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Silk Train Passed Speedily Through Grand Forks


Silk has a natural beauty unmatched by lesser fibers. Silk ranks among the strongest of fibers and among the most lustrous and shiniest materials on earth, and softest to the touch. Nothing holds the color of dye more deeply than silk.

Spun by silkworms into cocoons, silk has always been a luxurious commodity. From 1900 to the late 1930s, silk cargoes, originating in Japan, passed through North Dakota from Seattle on special “silk trains,” in order to get raw silk across the continent to manufacturers in New York City.

On this date, in 1915, the <i Bismarck Tribune published a news report revealing that a “silk train valued at a million and a half dollars” passed through Grand Forks “on train 28 on the Great Northern” Railway. Four railcars were “packed end to end with bales of the finest silk,” destined for elite clothiers.

The Great Northern Railway competed for prestige with the Northern Pacific and the Union Pacific to be the leading cross-country transporters of the precious silk cargoes. The price of the valuable commodity fluctuated rapidly, so manufacturers wanted shipments delivered on time. Furthermore, raw silk was delicate and vulnerable to damage by heat, noxious fumes, excessive moisture or by puncture, so speed was essential. Great Northern silk trains set new transcontinental records by sending special trains on dedicated tracks.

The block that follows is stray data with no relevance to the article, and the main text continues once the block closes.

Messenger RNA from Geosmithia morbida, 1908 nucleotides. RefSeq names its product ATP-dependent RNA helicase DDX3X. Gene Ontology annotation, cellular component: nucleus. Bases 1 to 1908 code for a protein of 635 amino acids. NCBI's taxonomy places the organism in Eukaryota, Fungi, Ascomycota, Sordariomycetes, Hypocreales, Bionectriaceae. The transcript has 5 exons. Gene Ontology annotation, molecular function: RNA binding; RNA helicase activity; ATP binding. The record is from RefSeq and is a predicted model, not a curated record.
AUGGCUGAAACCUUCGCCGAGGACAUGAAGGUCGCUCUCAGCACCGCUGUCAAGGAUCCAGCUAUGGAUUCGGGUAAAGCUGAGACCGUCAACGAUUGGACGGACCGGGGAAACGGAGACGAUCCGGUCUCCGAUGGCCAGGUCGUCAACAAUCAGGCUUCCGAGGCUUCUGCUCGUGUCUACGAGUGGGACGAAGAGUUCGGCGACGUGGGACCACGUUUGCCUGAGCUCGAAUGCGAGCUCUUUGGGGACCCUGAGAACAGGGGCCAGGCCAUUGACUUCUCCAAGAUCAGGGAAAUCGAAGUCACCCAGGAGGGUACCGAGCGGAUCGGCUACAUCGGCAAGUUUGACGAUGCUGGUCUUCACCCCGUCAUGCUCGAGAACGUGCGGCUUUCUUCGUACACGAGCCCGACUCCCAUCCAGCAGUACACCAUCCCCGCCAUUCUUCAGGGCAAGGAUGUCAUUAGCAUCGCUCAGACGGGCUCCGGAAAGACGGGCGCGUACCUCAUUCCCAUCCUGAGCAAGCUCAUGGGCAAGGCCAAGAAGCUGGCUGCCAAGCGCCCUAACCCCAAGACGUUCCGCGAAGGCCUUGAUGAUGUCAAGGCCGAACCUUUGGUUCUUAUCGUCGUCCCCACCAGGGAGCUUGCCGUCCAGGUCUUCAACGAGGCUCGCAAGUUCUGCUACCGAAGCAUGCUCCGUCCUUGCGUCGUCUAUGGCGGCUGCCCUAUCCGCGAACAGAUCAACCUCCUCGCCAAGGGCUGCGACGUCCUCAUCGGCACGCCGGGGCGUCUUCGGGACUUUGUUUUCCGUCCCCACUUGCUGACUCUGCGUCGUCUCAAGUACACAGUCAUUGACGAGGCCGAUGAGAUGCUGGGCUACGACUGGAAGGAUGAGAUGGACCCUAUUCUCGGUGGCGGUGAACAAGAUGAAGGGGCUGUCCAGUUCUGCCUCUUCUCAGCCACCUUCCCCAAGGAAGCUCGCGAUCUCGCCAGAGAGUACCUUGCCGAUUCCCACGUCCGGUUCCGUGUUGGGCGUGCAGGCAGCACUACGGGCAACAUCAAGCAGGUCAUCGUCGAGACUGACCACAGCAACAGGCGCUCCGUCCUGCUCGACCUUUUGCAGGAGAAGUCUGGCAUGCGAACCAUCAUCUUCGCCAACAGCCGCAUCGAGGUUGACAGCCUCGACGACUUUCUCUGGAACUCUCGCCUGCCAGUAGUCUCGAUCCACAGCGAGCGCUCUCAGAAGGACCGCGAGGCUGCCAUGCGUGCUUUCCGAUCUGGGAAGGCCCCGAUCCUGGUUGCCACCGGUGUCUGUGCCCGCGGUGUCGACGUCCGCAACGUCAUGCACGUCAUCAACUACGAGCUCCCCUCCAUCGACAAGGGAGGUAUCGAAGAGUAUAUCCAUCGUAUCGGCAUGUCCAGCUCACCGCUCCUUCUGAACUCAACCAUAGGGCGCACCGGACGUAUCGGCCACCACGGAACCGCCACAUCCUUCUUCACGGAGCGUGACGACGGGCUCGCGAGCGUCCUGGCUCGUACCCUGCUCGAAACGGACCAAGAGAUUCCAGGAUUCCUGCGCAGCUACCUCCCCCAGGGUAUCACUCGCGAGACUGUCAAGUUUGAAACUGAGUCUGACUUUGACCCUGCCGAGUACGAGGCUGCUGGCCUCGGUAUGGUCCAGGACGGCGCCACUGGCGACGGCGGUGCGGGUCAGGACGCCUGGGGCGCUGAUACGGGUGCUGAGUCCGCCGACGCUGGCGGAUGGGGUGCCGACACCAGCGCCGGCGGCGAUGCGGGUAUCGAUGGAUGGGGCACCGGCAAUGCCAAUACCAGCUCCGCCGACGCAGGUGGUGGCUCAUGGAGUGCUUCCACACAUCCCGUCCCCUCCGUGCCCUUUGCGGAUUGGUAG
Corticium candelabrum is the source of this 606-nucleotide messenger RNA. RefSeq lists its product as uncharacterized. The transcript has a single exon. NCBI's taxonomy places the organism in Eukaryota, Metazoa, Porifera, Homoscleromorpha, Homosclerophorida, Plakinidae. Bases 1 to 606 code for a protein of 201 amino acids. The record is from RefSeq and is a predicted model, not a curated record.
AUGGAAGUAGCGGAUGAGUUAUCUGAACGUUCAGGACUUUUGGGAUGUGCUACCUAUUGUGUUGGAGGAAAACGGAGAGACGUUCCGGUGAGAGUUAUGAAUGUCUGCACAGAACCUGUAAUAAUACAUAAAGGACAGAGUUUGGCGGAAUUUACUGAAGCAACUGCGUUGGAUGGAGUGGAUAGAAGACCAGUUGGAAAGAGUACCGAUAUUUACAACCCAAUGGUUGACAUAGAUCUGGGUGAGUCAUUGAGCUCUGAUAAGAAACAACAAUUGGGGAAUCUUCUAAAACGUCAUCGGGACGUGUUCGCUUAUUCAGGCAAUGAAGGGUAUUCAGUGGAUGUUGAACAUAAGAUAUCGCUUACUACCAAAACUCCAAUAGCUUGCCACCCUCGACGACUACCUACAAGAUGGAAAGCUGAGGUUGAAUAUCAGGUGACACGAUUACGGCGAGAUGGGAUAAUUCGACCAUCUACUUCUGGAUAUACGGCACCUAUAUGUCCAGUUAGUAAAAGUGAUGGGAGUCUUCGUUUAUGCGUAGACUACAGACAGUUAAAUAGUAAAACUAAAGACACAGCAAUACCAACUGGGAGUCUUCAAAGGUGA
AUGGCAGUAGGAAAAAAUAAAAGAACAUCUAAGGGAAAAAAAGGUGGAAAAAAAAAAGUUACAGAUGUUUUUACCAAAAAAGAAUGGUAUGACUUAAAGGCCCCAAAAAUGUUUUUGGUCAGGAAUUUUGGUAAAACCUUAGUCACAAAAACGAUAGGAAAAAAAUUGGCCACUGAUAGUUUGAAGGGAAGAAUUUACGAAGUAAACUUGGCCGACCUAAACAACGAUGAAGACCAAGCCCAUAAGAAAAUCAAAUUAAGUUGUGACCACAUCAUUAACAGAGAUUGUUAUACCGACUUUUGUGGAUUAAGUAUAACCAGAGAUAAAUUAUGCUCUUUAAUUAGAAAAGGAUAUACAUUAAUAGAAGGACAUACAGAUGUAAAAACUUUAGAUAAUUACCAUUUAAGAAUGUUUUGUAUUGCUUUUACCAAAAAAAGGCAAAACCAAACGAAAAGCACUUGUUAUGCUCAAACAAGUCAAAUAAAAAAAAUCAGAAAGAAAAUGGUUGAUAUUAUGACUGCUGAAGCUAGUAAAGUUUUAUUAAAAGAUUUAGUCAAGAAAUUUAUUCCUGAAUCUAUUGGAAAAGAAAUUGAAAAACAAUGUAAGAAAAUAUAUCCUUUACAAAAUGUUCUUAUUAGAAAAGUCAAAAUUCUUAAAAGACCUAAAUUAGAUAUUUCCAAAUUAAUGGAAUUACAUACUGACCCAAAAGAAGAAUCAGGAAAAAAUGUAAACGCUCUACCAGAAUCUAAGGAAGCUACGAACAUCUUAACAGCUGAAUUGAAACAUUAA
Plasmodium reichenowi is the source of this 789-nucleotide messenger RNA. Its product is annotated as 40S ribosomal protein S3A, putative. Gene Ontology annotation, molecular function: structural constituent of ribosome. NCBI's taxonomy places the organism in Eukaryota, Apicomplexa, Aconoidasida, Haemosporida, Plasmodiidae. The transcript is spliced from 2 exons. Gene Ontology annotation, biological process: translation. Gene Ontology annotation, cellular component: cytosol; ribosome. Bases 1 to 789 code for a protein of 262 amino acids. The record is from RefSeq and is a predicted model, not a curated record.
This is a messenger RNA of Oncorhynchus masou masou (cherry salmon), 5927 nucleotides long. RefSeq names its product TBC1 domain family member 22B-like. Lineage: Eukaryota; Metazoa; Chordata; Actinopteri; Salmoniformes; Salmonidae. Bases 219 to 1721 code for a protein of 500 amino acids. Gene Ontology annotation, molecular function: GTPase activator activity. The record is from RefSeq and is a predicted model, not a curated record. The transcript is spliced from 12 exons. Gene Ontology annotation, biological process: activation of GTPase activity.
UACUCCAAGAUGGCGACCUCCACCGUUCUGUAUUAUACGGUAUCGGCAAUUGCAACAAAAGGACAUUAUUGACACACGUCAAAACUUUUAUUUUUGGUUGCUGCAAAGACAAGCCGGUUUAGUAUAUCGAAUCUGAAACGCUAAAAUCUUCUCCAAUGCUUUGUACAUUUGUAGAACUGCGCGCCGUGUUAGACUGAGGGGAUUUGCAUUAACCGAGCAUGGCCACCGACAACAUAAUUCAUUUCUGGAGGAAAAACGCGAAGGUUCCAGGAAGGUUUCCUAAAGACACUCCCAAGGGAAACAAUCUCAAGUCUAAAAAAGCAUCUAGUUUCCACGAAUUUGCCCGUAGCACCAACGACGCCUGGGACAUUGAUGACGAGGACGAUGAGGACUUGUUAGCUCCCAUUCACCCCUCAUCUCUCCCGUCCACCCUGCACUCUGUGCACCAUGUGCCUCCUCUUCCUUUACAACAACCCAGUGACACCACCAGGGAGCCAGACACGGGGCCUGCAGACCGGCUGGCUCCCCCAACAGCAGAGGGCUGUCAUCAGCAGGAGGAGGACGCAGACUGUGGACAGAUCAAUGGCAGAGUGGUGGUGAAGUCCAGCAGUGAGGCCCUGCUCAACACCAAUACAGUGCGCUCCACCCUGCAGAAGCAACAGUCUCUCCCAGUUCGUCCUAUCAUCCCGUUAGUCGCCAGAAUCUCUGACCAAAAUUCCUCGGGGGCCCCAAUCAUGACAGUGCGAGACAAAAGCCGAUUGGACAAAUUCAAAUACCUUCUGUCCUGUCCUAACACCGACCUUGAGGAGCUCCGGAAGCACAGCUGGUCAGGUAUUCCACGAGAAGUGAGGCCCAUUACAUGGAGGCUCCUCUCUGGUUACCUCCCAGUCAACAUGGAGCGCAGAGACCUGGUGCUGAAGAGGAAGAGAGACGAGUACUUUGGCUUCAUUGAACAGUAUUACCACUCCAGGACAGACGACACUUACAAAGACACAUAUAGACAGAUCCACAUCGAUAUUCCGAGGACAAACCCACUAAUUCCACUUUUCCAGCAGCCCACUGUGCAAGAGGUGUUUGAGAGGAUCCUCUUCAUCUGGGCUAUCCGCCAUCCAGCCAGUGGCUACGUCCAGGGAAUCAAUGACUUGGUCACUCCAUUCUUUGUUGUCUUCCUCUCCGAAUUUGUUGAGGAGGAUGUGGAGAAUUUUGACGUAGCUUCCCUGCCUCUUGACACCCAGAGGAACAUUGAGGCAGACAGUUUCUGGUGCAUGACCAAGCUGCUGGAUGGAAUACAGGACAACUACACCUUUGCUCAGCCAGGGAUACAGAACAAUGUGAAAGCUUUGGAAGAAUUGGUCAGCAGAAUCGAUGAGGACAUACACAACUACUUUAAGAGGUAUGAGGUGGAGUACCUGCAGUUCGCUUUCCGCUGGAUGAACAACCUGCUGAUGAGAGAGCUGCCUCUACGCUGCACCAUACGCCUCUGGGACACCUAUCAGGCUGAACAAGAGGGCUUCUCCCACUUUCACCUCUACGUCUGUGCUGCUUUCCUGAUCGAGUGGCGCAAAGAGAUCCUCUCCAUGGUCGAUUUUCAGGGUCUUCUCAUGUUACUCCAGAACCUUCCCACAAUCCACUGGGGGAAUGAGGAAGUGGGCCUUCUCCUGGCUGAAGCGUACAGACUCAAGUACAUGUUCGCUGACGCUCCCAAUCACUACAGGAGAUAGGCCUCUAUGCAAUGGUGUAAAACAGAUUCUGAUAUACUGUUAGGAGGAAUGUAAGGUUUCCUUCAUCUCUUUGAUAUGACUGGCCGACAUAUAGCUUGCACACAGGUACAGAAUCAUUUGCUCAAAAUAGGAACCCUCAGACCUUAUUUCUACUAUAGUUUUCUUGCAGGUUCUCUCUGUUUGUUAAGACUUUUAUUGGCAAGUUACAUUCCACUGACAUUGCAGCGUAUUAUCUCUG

Insuring silk cargoes was expensive, for fear of damage or theft. If stolen, it was nearly impossible to track down, being raw and unmarked. Therefore, silk trains were not often sidetracked, thus reducing exposure to robbery.

The silk trains were highly profitable for the Great Northern and other railways. “Pound for pound, silk earned more for the railway than any other product,” wrote UND historian Gordon Iseminger, in his masterful account of silk train history. After gold and silver, silk was the most-expensive product shipped by railroads, though it was far lighter in weight.

Many trainloads of silk passed through Grand Forks from 1910 until February, 1937, when the Great Northern Railway ran its last silk train. Demand for silk had declined as rayon and nylon took market share, and shipments slowed as Japanese and U-S relations deteriorated.

So ended the era of fabulously-fast silk trains passing through North Dakota.

Dakota Datebook written by Dr. Steve Hoffbeck, History Department, MSU Moorhead.

Sources: “Train of Silk Worth Million and a Half,” <i Bismarck Daily Tribune, February 11, 1915, p. 6.

Gordon L. Iseminger, “Silk Trains on the Great Northern Railway,” <i Minnesota History 54, no. 1 (Spring 1994), p. 18-20.

“A Trainload of Silk Passed Through Grand Forks Yesterday on Great Northern,” <i Grand Forks Daily Herald, October 23, 1906, p. 5.

“Why Roads Carry Silk So Rapidly,” <i Grand Forks Daily Herald, October 18, 1911, p. 4.

“Silk Train Makes New Record Run,” <i Grand Forks Daily Herald, November 5, 1915, p. 2.

“Silk Around The World; Speed Records Made in Handling This Precious Commodity,” <i Bismarck Daily Tribune, June 22, 1912, p. 17.

“Fastest Train Passes Through Minot,” <i Ward County Independent, October 19, 1911, p. 9.